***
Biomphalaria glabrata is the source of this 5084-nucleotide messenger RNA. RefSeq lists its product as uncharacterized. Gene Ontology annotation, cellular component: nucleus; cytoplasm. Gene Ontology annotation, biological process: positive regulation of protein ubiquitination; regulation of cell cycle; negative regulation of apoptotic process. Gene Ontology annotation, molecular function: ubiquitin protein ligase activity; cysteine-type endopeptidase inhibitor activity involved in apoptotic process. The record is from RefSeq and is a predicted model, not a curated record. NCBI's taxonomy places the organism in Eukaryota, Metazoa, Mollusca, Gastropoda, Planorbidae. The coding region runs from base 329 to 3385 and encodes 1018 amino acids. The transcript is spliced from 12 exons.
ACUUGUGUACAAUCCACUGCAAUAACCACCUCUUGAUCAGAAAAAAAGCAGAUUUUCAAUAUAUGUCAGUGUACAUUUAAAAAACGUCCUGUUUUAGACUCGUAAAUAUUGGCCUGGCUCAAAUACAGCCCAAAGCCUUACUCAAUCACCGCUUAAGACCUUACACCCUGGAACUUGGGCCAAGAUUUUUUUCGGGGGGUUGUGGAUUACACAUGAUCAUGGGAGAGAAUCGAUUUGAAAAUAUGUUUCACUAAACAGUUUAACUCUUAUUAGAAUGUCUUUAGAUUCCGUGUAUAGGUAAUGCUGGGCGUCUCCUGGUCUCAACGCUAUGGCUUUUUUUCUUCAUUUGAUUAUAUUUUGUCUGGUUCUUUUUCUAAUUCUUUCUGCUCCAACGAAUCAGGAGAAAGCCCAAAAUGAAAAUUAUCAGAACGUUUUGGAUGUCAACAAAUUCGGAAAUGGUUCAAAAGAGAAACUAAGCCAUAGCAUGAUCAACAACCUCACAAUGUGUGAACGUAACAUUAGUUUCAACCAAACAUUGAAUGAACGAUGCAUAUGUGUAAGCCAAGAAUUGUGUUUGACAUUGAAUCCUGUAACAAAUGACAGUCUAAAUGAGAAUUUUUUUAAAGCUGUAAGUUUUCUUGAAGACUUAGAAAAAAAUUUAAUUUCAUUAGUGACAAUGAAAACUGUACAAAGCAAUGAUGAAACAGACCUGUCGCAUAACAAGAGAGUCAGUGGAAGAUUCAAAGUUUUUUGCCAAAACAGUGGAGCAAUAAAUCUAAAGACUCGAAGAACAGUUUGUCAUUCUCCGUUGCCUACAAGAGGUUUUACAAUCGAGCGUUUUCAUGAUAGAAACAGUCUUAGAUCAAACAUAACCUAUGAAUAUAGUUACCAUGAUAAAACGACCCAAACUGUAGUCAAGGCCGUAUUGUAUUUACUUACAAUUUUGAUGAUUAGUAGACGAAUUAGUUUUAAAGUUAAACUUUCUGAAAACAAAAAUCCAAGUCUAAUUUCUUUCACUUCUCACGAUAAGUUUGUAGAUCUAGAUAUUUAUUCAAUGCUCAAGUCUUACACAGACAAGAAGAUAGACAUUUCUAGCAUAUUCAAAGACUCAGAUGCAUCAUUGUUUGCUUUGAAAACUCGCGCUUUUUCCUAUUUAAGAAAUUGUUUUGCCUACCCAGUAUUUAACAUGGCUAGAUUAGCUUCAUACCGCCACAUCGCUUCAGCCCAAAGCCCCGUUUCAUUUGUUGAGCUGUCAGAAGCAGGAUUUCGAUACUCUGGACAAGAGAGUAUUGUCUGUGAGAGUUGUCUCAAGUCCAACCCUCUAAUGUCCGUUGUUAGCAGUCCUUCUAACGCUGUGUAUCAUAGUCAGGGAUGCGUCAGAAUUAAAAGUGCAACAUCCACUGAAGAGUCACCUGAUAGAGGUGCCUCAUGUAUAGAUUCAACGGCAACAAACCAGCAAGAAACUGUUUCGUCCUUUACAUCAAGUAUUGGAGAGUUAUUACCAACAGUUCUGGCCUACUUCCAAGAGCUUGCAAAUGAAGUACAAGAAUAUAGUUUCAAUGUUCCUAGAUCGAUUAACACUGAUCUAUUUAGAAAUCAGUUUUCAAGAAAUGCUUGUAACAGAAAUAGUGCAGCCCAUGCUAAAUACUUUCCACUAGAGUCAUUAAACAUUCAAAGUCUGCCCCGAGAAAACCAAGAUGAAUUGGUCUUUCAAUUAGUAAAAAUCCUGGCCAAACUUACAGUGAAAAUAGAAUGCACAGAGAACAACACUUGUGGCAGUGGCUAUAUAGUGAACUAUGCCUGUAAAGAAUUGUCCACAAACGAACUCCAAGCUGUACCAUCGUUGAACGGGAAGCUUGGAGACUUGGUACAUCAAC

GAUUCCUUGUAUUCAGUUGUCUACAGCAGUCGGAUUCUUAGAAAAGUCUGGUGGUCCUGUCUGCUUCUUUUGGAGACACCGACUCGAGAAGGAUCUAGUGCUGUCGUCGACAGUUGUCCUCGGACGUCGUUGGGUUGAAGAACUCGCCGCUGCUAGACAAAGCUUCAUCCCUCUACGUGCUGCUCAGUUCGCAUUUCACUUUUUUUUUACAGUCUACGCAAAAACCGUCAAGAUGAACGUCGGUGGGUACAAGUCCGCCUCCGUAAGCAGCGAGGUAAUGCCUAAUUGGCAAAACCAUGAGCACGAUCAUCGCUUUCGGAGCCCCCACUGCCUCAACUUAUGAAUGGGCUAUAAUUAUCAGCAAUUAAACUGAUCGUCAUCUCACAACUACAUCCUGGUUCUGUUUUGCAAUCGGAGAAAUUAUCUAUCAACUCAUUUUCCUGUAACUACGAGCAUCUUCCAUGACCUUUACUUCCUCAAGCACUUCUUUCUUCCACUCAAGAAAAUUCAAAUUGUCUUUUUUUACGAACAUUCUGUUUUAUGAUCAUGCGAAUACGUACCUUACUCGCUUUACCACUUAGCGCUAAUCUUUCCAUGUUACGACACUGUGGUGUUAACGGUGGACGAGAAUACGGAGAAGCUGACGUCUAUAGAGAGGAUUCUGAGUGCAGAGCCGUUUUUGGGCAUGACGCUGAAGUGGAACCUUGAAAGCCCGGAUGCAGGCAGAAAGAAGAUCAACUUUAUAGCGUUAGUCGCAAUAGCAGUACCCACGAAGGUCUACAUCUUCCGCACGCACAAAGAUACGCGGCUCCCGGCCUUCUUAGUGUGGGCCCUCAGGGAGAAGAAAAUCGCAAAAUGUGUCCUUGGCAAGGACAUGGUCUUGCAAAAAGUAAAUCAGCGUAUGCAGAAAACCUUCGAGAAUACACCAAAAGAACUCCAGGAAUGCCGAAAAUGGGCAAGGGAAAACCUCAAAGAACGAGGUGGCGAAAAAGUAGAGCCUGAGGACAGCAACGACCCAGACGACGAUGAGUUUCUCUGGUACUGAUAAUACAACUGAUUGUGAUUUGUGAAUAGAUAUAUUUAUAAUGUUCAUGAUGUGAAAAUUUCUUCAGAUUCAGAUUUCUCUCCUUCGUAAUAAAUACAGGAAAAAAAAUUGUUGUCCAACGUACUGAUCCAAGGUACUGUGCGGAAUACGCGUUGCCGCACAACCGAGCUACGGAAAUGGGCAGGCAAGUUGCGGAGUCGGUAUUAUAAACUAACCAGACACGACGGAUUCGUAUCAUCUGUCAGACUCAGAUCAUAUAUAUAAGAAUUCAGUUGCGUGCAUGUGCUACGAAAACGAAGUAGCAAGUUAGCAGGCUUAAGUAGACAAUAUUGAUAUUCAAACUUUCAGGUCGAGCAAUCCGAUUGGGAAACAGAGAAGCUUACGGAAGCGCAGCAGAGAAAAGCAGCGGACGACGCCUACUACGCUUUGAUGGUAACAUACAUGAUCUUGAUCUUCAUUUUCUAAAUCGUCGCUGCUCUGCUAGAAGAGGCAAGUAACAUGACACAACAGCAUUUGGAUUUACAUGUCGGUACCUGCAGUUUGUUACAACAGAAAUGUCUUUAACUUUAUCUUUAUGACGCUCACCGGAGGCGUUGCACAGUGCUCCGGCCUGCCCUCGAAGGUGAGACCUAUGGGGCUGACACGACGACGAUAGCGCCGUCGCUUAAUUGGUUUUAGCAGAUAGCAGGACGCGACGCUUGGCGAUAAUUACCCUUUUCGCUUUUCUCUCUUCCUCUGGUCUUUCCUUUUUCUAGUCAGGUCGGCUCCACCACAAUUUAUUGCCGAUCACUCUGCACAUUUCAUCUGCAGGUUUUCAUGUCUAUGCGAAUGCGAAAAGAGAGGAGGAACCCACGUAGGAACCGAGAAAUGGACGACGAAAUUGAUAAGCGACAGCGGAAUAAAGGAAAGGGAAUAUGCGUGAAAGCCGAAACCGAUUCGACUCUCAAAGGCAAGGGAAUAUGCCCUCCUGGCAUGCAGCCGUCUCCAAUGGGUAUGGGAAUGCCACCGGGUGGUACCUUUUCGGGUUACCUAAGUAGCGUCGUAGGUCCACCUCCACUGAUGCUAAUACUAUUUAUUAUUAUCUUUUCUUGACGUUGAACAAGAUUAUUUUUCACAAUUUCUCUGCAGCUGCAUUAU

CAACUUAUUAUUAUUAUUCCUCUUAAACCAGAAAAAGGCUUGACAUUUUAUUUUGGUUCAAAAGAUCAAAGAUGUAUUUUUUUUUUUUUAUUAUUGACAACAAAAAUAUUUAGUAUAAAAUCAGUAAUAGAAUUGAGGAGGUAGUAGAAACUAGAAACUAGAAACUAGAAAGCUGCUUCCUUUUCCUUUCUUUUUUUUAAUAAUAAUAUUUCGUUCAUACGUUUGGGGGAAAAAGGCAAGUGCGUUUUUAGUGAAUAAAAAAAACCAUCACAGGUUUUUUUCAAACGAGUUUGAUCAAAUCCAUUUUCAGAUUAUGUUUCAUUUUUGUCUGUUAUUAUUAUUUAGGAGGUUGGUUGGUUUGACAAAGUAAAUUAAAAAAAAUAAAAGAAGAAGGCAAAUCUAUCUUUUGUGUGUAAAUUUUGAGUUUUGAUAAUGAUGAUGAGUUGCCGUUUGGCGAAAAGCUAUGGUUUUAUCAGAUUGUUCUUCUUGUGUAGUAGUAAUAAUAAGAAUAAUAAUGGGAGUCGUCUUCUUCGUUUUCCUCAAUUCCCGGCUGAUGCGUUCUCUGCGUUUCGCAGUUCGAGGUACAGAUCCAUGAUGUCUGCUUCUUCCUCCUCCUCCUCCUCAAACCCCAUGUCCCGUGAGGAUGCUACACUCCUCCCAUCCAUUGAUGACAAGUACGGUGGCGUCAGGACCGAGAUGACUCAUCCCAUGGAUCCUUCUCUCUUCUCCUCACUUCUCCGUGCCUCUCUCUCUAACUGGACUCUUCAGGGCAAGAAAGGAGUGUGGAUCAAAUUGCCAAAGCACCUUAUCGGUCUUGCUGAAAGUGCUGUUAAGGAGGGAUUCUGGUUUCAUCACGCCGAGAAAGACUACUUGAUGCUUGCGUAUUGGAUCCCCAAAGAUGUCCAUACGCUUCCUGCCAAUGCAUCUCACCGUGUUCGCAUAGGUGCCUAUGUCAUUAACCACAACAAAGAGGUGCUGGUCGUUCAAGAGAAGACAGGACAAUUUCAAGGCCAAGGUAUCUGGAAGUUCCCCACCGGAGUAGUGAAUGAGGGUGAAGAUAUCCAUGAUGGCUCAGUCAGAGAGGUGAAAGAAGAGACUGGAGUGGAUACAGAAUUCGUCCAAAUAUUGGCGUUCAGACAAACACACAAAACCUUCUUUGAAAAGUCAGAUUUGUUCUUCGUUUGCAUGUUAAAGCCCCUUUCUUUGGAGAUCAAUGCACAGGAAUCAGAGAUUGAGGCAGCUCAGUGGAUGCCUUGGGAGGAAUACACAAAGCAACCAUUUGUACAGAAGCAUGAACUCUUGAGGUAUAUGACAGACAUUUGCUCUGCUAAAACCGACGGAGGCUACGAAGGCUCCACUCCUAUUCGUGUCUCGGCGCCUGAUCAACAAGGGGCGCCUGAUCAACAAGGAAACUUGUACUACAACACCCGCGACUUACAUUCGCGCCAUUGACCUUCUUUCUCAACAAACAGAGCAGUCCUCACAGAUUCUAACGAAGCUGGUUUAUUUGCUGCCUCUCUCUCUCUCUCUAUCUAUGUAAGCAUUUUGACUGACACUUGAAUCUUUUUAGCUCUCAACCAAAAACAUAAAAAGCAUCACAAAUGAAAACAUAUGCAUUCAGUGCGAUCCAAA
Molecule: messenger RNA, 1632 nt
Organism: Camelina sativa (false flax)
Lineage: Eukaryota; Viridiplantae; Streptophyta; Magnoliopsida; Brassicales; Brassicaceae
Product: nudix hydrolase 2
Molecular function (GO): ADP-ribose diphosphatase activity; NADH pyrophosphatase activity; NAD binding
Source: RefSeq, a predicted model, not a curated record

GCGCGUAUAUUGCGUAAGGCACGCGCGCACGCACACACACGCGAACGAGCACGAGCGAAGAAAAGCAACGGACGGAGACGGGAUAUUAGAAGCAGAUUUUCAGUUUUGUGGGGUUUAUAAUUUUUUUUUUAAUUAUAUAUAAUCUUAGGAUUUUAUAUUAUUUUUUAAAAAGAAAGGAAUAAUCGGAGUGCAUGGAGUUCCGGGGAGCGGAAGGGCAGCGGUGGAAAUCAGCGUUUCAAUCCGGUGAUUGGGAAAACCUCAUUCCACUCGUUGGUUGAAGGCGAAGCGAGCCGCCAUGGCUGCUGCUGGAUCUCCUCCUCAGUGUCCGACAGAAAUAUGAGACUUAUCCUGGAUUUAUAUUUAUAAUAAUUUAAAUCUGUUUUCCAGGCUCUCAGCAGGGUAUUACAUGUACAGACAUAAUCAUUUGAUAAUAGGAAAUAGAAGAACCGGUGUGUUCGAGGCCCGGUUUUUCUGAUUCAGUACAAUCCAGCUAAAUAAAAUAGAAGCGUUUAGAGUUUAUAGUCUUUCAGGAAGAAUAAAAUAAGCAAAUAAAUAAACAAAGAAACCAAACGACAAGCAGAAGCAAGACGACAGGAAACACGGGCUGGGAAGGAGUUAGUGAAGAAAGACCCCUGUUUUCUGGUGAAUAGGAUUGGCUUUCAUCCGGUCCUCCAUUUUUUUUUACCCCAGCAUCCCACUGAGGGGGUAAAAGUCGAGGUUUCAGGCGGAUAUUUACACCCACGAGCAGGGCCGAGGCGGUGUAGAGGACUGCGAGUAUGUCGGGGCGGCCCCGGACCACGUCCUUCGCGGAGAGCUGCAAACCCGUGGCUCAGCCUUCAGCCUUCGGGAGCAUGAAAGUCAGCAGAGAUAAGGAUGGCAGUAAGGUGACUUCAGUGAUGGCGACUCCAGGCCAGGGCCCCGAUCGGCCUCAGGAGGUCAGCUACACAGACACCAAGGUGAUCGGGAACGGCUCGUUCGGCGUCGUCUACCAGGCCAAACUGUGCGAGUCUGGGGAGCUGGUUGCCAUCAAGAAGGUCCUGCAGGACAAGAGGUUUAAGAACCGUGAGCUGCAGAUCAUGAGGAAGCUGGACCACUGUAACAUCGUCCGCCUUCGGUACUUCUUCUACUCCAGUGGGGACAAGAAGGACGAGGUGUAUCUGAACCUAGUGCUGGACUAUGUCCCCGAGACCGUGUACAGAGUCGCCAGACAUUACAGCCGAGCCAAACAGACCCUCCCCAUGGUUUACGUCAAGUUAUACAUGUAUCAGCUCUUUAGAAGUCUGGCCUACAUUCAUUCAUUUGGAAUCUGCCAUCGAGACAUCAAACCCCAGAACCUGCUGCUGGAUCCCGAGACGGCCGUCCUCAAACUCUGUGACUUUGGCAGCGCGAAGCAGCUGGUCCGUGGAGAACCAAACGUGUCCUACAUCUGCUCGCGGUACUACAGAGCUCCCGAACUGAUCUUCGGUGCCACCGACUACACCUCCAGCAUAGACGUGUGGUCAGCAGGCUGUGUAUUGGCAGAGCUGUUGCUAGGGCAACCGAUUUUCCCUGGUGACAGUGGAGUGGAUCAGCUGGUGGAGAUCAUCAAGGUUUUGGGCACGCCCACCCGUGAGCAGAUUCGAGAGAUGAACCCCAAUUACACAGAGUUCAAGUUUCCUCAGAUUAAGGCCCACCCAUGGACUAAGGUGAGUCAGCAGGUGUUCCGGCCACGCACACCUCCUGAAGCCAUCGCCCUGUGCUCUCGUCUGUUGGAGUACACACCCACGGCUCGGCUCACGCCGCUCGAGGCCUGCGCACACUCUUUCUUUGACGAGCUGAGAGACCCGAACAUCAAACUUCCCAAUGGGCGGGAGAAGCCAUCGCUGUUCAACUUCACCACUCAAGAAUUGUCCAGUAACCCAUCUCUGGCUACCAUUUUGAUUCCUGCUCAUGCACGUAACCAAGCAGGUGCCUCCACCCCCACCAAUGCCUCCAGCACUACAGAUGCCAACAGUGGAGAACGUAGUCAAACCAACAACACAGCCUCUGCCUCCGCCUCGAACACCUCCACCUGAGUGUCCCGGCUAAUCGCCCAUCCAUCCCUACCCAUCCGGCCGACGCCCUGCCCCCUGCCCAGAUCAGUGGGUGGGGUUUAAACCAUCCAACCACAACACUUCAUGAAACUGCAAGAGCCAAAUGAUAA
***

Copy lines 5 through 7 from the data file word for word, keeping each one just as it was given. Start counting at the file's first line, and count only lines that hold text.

Molecule: messenger RNA, 1632 nt
Organism: Camelina sativa (false flax)
Lineage: Eukaryota; Viridiplantae; Streptophyta; Magnoliopsida; Brassicales; Brassicaceae